The Fifth Angel Ridge Novel
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Excerpt No. 3
As she stepped out of the courthouse into the bright morning sunshine, Frannie slid oversized dark glasses onto her nose. She walked briskly across Town Square to a park bench near the tall, bronze angel monument standing sentinel on a brick pedestal. She sat, dropping her purse and briefcase onto the damp grass.
Anger roiled up inside her, teasing the edges of a full-on anxiety attack. She took a deep breath, in through her nose, out through her mouth on a slow eight count—just like the therapist had taught her. She gave up after losing track of how many times she’d repeated the technique. Her anger still simmered, but the panic had subsided.
She’d been in and out of town now for months and hadn’t once run into the man from the bar that night. It had been a full-on blizzard and just after her sister had gone underground. They must have been the only two people crazy enough to venture out in the weather, because it had just been the two of them there. He’d been drunk, and she’d been three whiskeys on the way there. His kiss, like the liquor, was a distraction from the pain of losing her sister. But in the sobering, bright light of the next day, she’d run into him at the town diner. Not only had she learned that he was married, but also that his wife had just been diagnosed with cancer.
She closed her eyes. Big mistake. The memory was there, raw and vivid, as if it had just happened. That night Frannie had to swipe at the tears as she drove the icy roads. Visibility had been bad enough without her blubbering. Staying at Jenny’s house, instead of feeling comforted, she’d felt closed in by her things, claustrophobic. She’d missed Jenny so much, and Frannie just wanted her sister back. How could Frannie go through life knowing Jenny was out there somewhere all alone?
Ahead, a sign glowed in the darkness through the snow. Frannie slowed and pulled over. Jimmy’s Bar. Perfect. She could use a drink. In fact, getting smashed held great appeal at the moment. Anything to not feel for a while.
The windowless metal door swung inward. The interior was dark and sparsely populated, which suited her fine. She sat at the bar.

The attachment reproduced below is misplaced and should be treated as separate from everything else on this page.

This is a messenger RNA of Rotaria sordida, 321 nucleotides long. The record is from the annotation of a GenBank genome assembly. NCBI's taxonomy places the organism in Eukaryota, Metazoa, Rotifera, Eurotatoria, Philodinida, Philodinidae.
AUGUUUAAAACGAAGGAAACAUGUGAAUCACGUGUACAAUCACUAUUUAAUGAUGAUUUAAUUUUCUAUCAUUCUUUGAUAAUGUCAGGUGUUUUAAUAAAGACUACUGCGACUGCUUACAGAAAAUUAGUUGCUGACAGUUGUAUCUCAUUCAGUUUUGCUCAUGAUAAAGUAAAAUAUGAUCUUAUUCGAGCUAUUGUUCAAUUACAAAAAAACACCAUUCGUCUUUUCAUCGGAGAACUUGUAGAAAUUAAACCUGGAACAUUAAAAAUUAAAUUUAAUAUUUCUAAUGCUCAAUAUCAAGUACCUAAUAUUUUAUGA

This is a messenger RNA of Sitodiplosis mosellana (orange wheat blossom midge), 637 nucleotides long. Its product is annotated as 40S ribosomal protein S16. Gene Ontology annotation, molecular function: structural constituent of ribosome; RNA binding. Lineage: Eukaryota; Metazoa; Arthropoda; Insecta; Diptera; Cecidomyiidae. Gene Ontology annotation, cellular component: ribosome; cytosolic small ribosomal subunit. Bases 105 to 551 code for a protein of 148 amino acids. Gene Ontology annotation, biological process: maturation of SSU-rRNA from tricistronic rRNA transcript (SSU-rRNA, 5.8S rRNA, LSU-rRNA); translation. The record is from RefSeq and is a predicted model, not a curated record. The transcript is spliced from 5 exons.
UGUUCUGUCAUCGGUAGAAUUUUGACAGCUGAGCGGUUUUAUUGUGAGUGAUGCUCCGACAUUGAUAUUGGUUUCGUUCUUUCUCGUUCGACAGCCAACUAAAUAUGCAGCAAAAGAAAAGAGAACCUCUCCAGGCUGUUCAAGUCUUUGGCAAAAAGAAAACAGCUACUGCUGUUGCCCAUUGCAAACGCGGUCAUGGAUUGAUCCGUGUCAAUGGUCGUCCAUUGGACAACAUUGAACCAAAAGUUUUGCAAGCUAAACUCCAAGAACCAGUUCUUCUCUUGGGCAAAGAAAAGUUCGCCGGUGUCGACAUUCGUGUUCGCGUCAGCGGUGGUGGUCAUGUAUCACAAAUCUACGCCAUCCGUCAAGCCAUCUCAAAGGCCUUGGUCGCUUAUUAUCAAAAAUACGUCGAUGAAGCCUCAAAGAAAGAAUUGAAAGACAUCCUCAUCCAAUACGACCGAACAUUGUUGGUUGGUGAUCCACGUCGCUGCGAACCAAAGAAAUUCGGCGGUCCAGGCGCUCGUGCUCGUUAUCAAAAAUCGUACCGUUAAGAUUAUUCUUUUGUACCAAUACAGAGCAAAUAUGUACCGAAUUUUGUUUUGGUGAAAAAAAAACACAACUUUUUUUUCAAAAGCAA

A thin man with a face that said it had seen more than he’d care to recount asked, “What’ll you have?”
“Jack and Coke.”
The man turned away to get her drink. Frannie put her purse on the bar, and the folder the lawyer had given her slid out. The words “Last Will and Testament of Violet Jennings Thompson” glared at her. What a lie she was living. When the man had heard she was in town, he’d hiked through the snow to Jenny’s house to bring it to her, instructing her on the probate process she wouldn’t be able to begin. Another thing she’d have to discuss with the sheriff when the weather cleared. How was she supposed to deal with all this when she was still grieving for her sister?
She shoved the file back into her bag and shrugged out of her coat. Before she could unwind the long, green scarf her sister had gotten Frannie for her birthday, the last birthday they’d ever spend together, the man returned with her drink then went back to watching the basketball game on the television that sat in the corner of the long, narrow room. No conversation. That suited her, too.
She tossed the dark straw on the wooden bar and disposed of half the beverage in one long swallow. A man sitting four chairs down from her watched. She didn’t much care; let him look. The initial burn of the whiskey spread a delicious warmth through her chest and lower. She downed the rest, and her fingertips started to tingle. She set the heavy tumbler down with a satisfying thud.
“Another.” Screw the niceties. Her sister had been taken from her. There was no room for nice in her world.
The man took the glass and made her another drink.
The other lone customer was still looking at her, so she looked back intending to say, “What?” but when she met his gaze, she stopped short. From the glassy look in his clear gray eyes, she’d say he’d had a few himself. He lifted his glass, took a drink, and hunkered down, forearms on the bar, his focus returned to the liquid in his glass.